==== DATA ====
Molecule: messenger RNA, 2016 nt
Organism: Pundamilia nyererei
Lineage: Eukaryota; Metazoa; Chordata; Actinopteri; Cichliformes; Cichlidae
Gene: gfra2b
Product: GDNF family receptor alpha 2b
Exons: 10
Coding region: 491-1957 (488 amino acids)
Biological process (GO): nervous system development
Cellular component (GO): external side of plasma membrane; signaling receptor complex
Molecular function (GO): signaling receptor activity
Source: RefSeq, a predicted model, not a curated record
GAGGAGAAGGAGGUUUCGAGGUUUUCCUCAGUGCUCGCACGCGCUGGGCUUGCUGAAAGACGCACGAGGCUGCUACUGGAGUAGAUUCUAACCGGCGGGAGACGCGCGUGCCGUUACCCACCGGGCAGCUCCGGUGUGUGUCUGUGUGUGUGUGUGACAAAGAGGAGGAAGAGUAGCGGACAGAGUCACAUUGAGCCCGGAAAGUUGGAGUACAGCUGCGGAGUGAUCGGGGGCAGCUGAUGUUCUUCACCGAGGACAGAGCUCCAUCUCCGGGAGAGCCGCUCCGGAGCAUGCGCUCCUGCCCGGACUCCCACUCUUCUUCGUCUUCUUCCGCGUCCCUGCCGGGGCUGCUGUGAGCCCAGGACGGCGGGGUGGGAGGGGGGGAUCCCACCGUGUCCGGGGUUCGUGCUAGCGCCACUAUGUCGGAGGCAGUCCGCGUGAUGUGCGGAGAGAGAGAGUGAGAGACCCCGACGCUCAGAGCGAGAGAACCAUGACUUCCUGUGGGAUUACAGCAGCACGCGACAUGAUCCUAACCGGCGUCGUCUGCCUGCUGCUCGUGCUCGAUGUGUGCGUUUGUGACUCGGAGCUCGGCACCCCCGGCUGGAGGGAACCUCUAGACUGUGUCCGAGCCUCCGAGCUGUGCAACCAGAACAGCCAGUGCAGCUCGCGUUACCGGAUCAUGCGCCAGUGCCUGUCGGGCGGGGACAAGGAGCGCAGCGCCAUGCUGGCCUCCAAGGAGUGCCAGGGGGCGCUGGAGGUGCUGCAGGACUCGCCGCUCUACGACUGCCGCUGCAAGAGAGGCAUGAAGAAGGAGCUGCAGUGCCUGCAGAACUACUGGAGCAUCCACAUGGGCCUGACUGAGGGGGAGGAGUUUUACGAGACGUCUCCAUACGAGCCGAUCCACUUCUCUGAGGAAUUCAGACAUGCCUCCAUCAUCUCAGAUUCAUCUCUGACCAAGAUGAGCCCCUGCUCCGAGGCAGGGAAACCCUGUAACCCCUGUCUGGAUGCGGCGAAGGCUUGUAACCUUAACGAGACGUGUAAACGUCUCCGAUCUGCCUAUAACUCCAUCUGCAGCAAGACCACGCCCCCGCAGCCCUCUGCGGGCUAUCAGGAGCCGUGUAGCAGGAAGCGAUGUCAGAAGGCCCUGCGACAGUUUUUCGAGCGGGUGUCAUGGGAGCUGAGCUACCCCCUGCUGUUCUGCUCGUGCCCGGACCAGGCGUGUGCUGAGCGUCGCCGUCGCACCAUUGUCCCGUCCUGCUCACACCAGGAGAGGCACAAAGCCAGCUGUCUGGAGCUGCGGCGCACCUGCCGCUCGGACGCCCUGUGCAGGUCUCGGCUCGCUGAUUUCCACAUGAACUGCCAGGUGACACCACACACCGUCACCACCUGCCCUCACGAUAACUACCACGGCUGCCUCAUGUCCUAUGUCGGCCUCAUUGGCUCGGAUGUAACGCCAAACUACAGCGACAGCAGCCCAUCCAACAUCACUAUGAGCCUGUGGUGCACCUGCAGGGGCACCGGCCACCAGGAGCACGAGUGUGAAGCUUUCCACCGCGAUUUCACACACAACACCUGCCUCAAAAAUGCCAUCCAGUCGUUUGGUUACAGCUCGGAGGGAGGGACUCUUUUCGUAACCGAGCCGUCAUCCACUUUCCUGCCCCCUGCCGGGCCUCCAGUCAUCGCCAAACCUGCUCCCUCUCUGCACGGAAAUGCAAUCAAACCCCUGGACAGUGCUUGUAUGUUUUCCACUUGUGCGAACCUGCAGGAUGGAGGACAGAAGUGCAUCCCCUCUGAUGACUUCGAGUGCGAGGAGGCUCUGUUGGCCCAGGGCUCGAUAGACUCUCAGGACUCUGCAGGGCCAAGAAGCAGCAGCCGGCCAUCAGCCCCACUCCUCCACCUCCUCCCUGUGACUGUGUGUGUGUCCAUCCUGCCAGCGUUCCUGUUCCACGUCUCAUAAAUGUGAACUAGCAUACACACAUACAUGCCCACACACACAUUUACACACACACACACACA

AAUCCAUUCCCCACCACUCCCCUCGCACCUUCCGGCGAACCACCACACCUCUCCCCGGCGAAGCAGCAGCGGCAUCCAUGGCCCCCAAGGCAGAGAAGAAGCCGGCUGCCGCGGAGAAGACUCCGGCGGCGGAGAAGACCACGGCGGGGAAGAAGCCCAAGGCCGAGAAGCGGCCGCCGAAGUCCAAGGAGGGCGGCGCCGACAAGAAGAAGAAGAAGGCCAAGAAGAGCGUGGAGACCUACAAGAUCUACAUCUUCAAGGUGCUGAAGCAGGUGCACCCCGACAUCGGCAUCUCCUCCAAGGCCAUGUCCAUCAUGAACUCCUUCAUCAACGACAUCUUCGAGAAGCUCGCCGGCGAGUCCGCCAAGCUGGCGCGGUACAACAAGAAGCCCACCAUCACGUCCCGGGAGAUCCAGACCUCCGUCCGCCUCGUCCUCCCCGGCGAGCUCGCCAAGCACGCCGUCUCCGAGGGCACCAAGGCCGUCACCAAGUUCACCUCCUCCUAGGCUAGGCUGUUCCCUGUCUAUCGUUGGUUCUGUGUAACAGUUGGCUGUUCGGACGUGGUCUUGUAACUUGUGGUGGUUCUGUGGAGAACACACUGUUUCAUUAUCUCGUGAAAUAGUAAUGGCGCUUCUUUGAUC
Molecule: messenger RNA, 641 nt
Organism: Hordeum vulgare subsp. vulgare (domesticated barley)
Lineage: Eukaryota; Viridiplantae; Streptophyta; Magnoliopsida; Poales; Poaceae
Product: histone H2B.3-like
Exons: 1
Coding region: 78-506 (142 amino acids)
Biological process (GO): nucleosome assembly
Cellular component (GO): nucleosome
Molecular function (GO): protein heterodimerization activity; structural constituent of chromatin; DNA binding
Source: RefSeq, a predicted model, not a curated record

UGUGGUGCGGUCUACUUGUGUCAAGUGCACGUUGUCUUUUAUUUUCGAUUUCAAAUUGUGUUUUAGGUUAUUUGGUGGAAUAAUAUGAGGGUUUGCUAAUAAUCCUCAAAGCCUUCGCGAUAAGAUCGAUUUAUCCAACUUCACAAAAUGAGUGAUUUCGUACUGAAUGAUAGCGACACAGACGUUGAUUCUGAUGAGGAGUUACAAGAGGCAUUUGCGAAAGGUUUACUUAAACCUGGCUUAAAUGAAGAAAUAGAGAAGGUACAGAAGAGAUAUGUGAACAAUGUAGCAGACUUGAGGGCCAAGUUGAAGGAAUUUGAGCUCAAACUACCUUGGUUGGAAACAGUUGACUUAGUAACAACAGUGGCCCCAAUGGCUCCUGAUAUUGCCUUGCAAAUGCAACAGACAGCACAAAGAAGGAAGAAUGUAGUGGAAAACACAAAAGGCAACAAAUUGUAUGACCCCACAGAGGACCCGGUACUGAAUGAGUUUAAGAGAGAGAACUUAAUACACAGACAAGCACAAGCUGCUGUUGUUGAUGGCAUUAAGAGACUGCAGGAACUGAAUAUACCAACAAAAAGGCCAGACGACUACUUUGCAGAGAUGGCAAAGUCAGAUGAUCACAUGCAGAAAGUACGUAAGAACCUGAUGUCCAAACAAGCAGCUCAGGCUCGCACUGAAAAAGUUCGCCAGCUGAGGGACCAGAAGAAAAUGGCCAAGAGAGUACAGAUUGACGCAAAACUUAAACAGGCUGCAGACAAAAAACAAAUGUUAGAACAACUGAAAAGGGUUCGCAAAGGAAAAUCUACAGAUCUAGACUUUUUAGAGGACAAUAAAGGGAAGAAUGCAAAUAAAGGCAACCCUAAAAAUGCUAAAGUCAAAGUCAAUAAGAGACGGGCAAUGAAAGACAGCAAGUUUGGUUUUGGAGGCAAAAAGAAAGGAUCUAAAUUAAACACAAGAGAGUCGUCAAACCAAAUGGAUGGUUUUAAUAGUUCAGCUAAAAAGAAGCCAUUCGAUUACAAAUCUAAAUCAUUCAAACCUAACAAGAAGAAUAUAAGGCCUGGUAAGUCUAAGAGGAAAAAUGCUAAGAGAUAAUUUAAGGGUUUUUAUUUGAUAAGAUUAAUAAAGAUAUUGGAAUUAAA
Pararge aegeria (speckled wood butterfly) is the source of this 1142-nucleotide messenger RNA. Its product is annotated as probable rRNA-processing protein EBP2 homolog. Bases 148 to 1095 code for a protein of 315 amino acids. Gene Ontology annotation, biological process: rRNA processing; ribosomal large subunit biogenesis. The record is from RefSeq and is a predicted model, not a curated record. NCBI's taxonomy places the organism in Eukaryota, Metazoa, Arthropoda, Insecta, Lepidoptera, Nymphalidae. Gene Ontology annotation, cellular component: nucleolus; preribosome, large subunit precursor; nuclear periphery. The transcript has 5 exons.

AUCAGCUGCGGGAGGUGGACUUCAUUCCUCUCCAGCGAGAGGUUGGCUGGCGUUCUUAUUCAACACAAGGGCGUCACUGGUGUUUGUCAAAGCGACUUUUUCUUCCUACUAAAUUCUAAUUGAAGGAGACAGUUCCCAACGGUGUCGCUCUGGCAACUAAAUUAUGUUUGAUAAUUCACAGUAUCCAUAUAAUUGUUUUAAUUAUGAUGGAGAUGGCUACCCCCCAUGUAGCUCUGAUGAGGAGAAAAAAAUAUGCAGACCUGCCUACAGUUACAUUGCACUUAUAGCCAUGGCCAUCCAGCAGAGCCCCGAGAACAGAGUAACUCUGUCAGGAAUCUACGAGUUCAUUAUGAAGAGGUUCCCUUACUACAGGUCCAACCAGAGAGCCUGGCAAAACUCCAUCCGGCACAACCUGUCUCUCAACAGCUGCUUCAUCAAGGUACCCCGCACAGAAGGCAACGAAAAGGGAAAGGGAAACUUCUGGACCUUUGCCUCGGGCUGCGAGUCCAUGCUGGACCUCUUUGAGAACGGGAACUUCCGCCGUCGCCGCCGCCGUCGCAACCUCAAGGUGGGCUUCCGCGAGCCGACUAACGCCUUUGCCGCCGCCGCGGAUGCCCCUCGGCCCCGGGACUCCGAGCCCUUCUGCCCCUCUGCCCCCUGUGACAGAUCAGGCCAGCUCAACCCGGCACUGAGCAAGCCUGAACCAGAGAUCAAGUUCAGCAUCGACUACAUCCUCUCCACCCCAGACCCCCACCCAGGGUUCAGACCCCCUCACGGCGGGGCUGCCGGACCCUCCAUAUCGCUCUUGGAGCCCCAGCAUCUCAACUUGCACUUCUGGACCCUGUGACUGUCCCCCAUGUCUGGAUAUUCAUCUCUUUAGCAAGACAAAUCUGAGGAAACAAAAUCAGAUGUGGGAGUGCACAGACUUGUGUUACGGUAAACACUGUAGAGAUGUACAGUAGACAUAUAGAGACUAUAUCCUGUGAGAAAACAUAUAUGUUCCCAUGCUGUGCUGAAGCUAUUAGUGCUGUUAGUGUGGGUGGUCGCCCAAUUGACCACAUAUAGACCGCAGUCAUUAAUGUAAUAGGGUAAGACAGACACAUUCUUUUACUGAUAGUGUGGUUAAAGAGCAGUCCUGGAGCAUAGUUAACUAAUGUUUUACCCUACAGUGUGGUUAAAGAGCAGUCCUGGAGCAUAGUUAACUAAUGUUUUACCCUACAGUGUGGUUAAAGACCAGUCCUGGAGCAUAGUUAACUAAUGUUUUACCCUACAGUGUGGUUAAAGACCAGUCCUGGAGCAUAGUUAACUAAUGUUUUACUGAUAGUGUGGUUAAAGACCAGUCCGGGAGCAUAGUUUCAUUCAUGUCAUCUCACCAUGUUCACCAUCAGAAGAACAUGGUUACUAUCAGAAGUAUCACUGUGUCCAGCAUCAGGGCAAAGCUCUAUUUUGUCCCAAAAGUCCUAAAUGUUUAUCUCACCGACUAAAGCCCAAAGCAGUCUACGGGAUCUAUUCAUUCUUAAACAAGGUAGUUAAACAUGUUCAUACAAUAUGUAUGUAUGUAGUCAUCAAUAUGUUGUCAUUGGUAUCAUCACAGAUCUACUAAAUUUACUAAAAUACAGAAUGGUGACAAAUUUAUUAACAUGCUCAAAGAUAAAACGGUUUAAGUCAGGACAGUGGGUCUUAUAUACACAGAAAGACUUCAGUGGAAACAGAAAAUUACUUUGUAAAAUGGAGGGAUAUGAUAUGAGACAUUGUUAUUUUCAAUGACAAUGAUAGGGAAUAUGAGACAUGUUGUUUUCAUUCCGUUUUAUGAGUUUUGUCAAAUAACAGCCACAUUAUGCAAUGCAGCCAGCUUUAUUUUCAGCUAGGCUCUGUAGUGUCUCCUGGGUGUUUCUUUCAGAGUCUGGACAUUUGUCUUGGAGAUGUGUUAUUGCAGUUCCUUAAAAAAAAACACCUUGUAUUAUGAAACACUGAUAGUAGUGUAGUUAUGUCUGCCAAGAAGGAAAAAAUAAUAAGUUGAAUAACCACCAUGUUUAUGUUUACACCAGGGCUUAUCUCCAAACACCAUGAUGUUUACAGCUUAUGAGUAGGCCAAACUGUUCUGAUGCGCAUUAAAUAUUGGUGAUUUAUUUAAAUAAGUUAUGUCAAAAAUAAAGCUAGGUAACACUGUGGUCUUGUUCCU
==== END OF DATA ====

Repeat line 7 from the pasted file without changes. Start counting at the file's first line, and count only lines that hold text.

Coding region: 491-1957 (488 amino acids)